Runner-Up: Samson USB Condenser Microphone
The problem that many rookie podcasters and/or streamers are faced with is installing their microphones properly. Some of them need a couple of drivers and extensive EQs processes.
If you’re just at the start of your podcasting career, you should opt for a microphone like this Samson. Plug it the USB – that’s all it takes to start recording podcasts, voice-overs, and even music.
You can use the Samson as a cardioid or as an omnidirectional-pattern microphone. The resolution is 44.1 kHz, which is honestly unbelievable, considering that it’s such a compact piece of equipment.
The word about the unprecedented performance of this microphone has gone around extremely quickly. Also, the over 1,000 reviews from customers that come from all sorts of walks (professional musicians, podcasters, streamers – you name it) serve as proof.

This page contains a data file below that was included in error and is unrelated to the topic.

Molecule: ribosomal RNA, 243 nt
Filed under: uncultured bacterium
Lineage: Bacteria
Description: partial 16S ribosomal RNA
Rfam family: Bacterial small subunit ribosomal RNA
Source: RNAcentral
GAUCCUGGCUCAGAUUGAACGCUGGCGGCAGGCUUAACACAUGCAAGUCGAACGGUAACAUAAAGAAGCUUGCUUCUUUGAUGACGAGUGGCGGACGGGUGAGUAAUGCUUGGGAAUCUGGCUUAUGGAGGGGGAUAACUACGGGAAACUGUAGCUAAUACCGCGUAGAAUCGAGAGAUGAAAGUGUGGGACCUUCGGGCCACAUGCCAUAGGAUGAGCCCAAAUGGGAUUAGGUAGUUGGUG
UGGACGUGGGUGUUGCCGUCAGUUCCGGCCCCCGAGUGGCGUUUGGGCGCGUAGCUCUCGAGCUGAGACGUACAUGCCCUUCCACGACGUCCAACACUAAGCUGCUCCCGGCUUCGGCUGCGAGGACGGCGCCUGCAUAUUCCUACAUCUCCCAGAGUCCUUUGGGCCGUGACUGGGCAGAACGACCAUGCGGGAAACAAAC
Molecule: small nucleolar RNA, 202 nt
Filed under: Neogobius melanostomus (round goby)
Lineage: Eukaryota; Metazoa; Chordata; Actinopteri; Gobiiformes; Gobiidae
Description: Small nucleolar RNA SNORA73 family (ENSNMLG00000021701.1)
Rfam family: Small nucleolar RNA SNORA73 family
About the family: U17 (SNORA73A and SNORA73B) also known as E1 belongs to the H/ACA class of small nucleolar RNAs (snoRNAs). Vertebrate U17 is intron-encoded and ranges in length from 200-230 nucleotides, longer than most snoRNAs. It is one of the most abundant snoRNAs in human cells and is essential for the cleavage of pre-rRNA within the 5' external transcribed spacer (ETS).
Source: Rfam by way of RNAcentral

In terms of design, it doesn’t look like a cheap product, even though it is less than $40. It’s actually one of the best-looking condensers we’ve seen to date, and its functionality is on par with its style.
You can use the Samson on either PC or Mac and has been created with voice-recognition in mind, as it can be used alongside iChat and VoIP. The quality of the audio recordings it provides is phenomenal.
If you go in any electronics store, you’ll see that a pair of in-ear headphones can go over $30. This is unbelievably cheap, and it returns a value none of us were expecting. All in all, this is what people call “a steal” and the best Twitch stream mic that can be yours for the money you’d spend down at the grocery store in one day.